Cost for desserts not made in house?

99
65
Joined Jun 28, 2017
A question for chefs and industry types - if you were bringing in desserts from an outside source to sell on your menu for $8-10, what would you expect to pay for those desserts wholesale? Assume you'd be plating the items to order and maybe baking off pastry (that was already par-baked) daily, but all the prep and garnish were already made and ready to go.

Thanks!
 
1
10
Joined Jun 28, 2017
Honestly, youd probably get a better product and in the wrong run Have a better crew if you brought a pastry chef on to your team
 
315
55
Joined Jan 19, 2014
Surely the product would be better if done entirely in house, but you need to be able to do a significant volume in desert business to justify the cost. Many places today just can't afford the luxury.
 
1,770
262
Joined Dec 23, 2004
My present restaurant (for another week and a half) does a mix of house-made and pre-made desserts.  I expect that this is the norm in most places except for 1) very high volume restaurants and 2) high-end/fine-dining.  If you're going a lot of business as CapeCodChef says you can likely justify the labor of having someone on staff doing scratch-made desserts. In a fine dining setting you can generally charge enough to cover your costs.  As a chef I'm okay with food cost being a little higher on a pre-made dessert since there's virtually no labor at all, just plate and garnish it.  I will often throw in a feature/daily dessert that's made by Sweet Street or Devonshire, something that may cost between $1.75-$3.50 per serving.  Food cost will vary a bit but the owner likes the desserts to run between $6-$9 give or take.  That is balanced out by desserts like my house-made Zeppole which has about $.90-$1.00 in food cost.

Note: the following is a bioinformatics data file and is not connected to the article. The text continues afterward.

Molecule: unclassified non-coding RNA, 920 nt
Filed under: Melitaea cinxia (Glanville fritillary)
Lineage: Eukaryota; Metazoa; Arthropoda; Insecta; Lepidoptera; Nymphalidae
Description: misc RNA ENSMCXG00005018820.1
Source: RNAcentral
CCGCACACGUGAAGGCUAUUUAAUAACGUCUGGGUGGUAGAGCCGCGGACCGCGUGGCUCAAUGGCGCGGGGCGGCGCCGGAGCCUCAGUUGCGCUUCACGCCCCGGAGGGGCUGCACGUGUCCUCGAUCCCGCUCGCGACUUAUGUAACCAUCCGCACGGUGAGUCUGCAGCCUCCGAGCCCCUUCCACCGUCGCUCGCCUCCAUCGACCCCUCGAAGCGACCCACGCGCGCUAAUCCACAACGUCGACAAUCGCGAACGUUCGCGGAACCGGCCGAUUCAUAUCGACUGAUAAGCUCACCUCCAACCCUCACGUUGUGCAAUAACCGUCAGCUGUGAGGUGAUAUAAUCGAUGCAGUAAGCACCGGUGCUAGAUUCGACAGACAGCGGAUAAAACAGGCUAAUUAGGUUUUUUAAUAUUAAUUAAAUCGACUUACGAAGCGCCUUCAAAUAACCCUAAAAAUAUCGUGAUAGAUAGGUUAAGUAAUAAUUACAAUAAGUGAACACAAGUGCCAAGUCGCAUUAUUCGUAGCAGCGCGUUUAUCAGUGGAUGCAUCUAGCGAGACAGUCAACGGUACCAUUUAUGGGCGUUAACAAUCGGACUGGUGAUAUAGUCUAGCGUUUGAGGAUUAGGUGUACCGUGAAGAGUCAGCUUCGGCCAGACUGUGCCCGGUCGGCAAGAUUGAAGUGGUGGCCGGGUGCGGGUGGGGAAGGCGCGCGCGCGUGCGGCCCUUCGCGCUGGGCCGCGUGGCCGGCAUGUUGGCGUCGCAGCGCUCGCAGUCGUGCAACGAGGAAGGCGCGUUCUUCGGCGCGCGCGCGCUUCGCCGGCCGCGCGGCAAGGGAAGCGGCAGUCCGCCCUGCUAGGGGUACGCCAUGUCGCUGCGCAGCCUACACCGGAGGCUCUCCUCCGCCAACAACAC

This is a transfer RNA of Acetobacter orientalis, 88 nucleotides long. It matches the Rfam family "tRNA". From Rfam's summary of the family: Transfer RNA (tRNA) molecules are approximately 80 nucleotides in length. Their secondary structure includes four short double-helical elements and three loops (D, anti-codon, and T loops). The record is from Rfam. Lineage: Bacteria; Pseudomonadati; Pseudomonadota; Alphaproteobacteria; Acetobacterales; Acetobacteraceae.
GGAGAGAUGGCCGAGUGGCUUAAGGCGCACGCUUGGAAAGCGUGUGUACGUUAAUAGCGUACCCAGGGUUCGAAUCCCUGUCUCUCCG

99
65
Joined Jun 28, 2017
Thank you all for the replies! I'm actually the pastry chef and was trying to figure out what I should charge the restaurant - sorry that wasn't clear from my original post. I have a formula I use when working with private clients but this is my first wholesale account, so I wanted to get a sense of industry norms. 
 
Top Bottom